Students of all ages are required to read text for a variety of purposes. With a large emphasis placed on teaching skills that help children tackle nonfiction, it's important to think about the different ways that students are gathering facts and details as they take in information. Teachers need to think beyond traditional text and make sure that their students have the necessary skills for processing, evaluating, and comprehending multimedia.
Not a Trend, But a Tool
Locating and sharing high quality multimedia content can be difficult. Even when you've found the perfect text to share with students, the next step can be logistically challenging. Getting articles, audio clips, images, and videos into the hands of your students is often easier said than done. I've shared the many reasons why I think QR (Quick Response) codes can make everyday classroom tasks simpler. When it comes to helping your students access multimedia in any form, try using QR codes to distribute the link and keep your classroom organized.
Many tech-enthusiastic educators have written off QR codes as a passing trend that can be replaced with augmented reality triggers. Scannable technology, especially augmented reality, is exciting and useful. It can be included in a variety of learning environments, and I encourage you to explore augmented reality and how it can be used with your students.
For teachers just getting started with technology, or those looking for flexibility in a BYOD (bring your own device) environment, QR codes still have an important place in a tech-friendly classroom. Students can use any device that has a QR code reader app to scan a teacher-created QR code and instantly view a hand-picked website. This is perfect in classrooms that have a mix of devices -- iPad, iPod Touch, webcam-enabled laptop -- and works well when teachers have to share devices with colleagues in their school. As long as their tablet or smartphone has a camera and a QR code reader app, students will be ready to scan the QR codes you've created and will be able to access multimedia text.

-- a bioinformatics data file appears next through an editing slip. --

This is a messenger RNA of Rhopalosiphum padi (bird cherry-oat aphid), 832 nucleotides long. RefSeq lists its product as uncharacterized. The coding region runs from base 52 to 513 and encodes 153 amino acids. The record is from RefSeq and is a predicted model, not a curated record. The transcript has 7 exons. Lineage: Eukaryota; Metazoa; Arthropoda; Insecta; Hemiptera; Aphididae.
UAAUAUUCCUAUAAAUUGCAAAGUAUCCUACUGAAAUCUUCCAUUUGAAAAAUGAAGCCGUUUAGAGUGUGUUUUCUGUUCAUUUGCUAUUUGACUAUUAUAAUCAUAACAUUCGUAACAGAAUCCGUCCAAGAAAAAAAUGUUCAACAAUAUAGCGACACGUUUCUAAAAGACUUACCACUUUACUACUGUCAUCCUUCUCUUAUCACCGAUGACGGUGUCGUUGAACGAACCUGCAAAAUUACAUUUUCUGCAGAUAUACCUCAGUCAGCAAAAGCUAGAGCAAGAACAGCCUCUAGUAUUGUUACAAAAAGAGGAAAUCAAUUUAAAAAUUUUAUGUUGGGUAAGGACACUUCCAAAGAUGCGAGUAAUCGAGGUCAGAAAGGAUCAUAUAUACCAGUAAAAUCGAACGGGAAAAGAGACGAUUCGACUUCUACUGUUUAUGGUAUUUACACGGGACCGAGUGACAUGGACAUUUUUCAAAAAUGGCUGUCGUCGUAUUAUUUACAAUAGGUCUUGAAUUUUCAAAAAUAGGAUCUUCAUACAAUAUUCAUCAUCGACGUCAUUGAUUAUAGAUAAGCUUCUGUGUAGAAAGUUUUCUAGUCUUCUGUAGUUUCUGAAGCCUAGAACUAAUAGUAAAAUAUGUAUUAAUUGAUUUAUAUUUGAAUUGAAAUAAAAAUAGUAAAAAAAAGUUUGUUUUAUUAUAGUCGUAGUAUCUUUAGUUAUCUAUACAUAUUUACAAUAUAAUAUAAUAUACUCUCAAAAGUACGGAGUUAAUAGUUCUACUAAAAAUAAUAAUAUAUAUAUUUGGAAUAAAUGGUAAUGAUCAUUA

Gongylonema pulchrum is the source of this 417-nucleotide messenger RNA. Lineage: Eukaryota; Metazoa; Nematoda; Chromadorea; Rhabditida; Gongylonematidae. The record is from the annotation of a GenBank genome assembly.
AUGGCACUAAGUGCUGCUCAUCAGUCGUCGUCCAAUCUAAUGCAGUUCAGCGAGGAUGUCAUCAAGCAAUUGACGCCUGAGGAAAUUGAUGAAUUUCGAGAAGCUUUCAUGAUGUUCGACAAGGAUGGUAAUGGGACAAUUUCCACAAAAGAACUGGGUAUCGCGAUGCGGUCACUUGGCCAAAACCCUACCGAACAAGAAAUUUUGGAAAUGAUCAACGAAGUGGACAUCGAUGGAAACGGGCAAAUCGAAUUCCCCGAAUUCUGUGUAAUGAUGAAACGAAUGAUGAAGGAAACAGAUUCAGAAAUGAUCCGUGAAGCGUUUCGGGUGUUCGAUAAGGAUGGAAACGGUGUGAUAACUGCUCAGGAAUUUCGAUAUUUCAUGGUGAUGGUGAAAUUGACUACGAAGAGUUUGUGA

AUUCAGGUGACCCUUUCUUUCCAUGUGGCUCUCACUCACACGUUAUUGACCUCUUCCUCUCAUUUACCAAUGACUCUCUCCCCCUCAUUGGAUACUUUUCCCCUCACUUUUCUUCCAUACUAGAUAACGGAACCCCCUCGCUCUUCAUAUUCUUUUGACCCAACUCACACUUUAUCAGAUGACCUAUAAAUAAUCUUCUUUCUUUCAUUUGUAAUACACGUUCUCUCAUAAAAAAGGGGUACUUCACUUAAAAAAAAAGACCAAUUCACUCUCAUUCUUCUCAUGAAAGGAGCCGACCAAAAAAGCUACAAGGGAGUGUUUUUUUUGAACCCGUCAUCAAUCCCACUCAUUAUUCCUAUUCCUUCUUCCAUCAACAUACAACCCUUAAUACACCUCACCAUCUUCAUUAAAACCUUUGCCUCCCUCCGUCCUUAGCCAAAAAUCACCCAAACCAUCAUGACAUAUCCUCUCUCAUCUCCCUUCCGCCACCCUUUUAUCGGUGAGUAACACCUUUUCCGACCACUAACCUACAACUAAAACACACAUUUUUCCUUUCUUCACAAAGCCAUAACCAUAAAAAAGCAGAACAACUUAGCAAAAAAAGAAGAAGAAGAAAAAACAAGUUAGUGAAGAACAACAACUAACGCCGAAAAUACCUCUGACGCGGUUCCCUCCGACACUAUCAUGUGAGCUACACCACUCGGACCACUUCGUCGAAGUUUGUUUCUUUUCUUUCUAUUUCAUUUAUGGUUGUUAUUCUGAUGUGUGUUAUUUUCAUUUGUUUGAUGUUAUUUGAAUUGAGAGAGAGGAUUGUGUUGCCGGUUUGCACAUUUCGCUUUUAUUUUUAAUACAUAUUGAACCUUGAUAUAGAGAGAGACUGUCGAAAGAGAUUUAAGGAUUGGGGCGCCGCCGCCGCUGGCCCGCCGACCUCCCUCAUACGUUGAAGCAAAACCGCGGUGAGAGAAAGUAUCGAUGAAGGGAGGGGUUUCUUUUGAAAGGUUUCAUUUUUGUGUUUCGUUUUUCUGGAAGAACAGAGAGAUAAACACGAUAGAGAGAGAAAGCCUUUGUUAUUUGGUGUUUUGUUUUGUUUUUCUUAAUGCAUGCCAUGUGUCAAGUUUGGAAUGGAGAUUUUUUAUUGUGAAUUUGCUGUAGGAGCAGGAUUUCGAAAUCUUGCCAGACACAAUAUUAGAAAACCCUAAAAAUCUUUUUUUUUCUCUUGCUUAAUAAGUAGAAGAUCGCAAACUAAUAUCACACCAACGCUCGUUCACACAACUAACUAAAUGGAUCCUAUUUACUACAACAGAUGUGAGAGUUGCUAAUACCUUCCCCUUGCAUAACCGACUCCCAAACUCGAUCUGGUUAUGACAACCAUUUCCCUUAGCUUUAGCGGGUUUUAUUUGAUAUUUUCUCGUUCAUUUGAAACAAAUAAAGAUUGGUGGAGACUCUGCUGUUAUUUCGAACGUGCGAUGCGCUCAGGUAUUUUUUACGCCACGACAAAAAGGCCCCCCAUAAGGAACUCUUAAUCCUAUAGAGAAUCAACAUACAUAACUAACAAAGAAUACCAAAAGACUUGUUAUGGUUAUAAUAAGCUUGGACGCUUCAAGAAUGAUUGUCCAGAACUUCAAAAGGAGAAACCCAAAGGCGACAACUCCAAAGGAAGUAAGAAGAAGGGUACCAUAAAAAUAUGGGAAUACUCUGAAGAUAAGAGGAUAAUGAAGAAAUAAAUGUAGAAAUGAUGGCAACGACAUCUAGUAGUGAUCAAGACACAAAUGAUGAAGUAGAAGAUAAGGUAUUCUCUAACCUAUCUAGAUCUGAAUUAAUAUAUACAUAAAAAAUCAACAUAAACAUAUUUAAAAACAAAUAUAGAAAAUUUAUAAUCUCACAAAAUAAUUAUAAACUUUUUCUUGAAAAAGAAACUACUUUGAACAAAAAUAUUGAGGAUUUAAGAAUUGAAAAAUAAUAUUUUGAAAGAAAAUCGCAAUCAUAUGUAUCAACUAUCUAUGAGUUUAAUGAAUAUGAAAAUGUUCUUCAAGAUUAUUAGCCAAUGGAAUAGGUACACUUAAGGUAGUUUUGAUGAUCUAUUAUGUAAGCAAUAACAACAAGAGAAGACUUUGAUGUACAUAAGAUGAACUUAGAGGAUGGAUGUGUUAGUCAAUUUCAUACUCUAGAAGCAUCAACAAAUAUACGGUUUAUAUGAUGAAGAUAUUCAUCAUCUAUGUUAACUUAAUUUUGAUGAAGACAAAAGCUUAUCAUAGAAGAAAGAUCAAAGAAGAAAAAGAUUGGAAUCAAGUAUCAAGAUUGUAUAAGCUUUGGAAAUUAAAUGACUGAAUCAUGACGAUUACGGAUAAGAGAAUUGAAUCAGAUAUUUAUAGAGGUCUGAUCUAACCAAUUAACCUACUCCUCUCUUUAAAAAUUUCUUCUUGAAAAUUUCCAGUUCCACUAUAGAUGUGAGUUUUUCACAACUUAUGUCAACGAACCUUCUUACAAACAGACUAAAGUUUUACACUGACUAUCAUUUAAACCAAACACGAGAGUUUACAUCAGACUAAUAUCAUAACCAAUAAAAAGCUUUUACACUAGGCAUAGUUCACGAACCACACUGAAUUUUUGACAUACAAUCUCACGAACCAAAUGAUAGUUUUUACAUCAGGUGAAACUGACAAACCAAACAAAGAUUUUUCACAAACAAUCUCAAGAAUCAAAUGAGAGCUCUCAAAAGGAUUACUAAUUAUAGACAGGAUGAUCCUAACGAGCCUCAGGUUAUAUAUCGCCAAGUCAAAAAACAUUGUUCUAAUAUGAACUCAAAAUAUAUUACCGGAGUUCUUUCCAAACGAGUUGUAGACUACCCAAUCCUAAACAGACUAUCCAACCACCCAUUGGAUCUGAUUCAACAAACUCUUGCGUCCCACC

Curating and Sharing
Any multimedia found on the Internet can be linked to a QR code. Students can be sent to a specific YouTube or Vimeo clip using a link to that video. If teachers want their students to look at a primary source document, they can send them to a link connected to that image as opposed to a website that has a variety of pictures. This gives you the power to curate resources you've located on the Internet and even differentiate your instruction by sending different students or groups of students to multimedia that is connected to a leveled task.
Even though there are tons of great resources online to share with students, you might have an audio clip, movie file, or document that you want to place in their hands. File sharing services like Dropbox let users share files of any type through a URL or Web link. We often use this type of link to share a file with someone when it is too large to attach to an email. Another option that's perfect for the classroom is turning this link into a QR code so that students can scan the link and access any file a teacher has chosen for them. It's a great way to curate multimedia resources for your students, whether it's a current events article to read, a radio broadcast to listen to, or a news clip to watch.
Our students are digital natives, born in an age where they use Google at the library instead of searching through a card catalog. Teachers already know how to find the right resources for their students. Whether they are connecting multimedia to their curriculum or differentiating an assignment for groups, it's now easier than ever to put high-quality information in the hands of students. By attaching multimedia to a QR code, you can help students quickly access the perfect video, audio, or text using their mobile device.